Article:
Movement of the seat and seatback to the coplanar horizontal orientation is accompanied by additional elevation of the legrest 26 to a position substantially coplanar with the seat. A forward stabilizer link 70 connected between the base link 34 and the drive link 38' has a lost motion slot 70' formed therein to define an end limit to legrest elevation. In the orientation shown in FIGS. 3 and 7, as previously described, a person may be transferred quickly and easily between the chair 10 and a bed.
The armrest units 28 are conveniently adapted for deployment between a normal elevated position at the sides of the chair seat 14, and individually lowered positions disposed substantially coplanar with the seat 14 to avoid interference with a patient transfer procedure. More particularly, as shown in FIGS. 12 and 13, each armrest unit 28 comprises a padded or upholstered structure 72 mounted onto a pivotally connected pair of armrest links 74 and 76. The forward armrest link 74 is pivotally interconnected to the underlying side panel 24 of the chair frame 18 by a pair of parallel support links 78. The rear armrest link 76 has a longitudinally elongated track 80 formed therein for slidable reception of a pivot latch 82 mounted at the upper end of a short support post 84 on a rear edge of the chair frame.
When the armrest unit 28 is elevated, as shown in FIG. 12, the forward armrest link 74 is disposed in spaced relation above the seat 14. The rear armrest link 76 is oriented to angle downwardly and rearwardly from the forward link 74, with the pivot latch 82 generally within a rear end of the track 80. In this position, the pivot latch 82 is adapted to rotate relative to the post 84 for slight misalignment with the track 80 and engagement with a stop 86 to retain the armrest unit in the elevated position. Manual rotation of the pivot latch 82 sufficient to clear the stop 86 permits the armrest 74, 76 to be pivoted rearwardly on the support links 78 to a lowered position (FIGS. 3 and 13). When the chair linkage is positioned in the flat bed geometry of FIG. 3, the lowered armrest unit 28 is conveniently disposed at an out-of-the-way position substantially coplanar with the seat 14.
FIGS. 14 and 15 show a convenient releasable tray lock assembly 88 designed to permit rapid mounting and removal of the patient tray on the armrest units 28. As shown, the forward armrest link 74 includes a short support tab 90 at an inboard edge thereof for supporting a side rail 92 on the patient tray 30. A spring-loaded latch pin 94 projects inwardly through the armrest link 74 for normal reception through an aperture 96 in the tray rail 92 to lock the tray 30 in place. The latch pin 94 has a downturned outboard end 94' which can be manually grasped and rotated to engage a ramped track 98 on the armrest link 74, for purposes of retracting the latch pin for the tray rail 92. Thus, the patient tray 30 can be removed quickly and easily from the chair whenever desired, such as preparatory to a patient transfer procedure as previously described.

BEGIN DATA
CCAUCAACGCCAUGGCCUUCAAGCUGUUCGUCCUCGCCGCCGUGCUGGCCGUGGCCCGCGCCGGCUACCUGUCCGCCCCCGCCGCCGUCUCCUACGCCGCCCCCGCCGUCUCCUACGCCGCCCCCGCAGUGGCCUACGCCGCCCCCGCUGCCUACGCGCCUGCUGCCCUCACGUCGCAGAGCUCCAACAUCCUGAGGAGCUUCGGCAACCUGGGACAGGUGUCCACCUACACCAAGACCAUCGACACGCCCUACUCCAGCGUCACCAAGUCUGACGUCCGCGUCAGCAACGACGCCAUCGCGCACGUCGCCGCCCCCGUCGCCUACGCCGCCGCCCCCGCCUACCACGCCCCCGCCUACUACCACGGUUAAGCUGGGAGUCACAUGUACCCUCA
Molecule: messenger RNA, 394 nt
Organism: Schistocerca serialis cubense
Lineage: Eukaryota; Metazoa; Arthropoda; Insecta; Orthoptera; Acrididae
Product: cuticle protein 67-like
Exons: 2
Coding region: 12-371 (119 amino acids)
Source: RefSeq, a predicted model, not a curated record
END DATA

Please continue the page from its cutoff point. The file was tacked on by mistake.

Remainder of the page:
The improved recliner chair 10 of the present invention thus provides a conventional multi-position chair adjustment between upright and one or more reclined positions for comfortably supporting a person. However, the recliner linkage is specially adapted for quick and easy adjustment to a flat bed position with the seat and setback disposed substantially horizontal and coplanar. With this construction, the chair 10 is particularly adapted for use in a patient care environment wherein patient transfer between the chair and a patient bed is required.
A variety of modifications and improvements to the recliner chair 10 of the present invention will be apparent to persons skilled in the art. Accordingly, no limitation on the invention is intended by way of the foregoing description and accompanying drawings, except as set forth in the appended claims.
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|U.S. Classification||297/85.00C, 297/151, 297/411.33, 5/646, 297/84, 297/411.36|
|International Classification||A61G5/12, A61G5/00, A61G5/10, A61G15/02|
|Cooperative Classification||A61G5/1094, A61G5/125, A61G5/128, A61G15/02, A61G5/006|
|European Classification||A61G15/02, A61G5/00C|
|14 Mar 2000||REMI||Maintenance fee reminder mailed|
|20 Aug 2000||LAPS||Lapse for failure to pay maintenance fees|
|24 Oct 2000||FP||Expired due to failure to pay maintenance fee|
Effective date: 20000820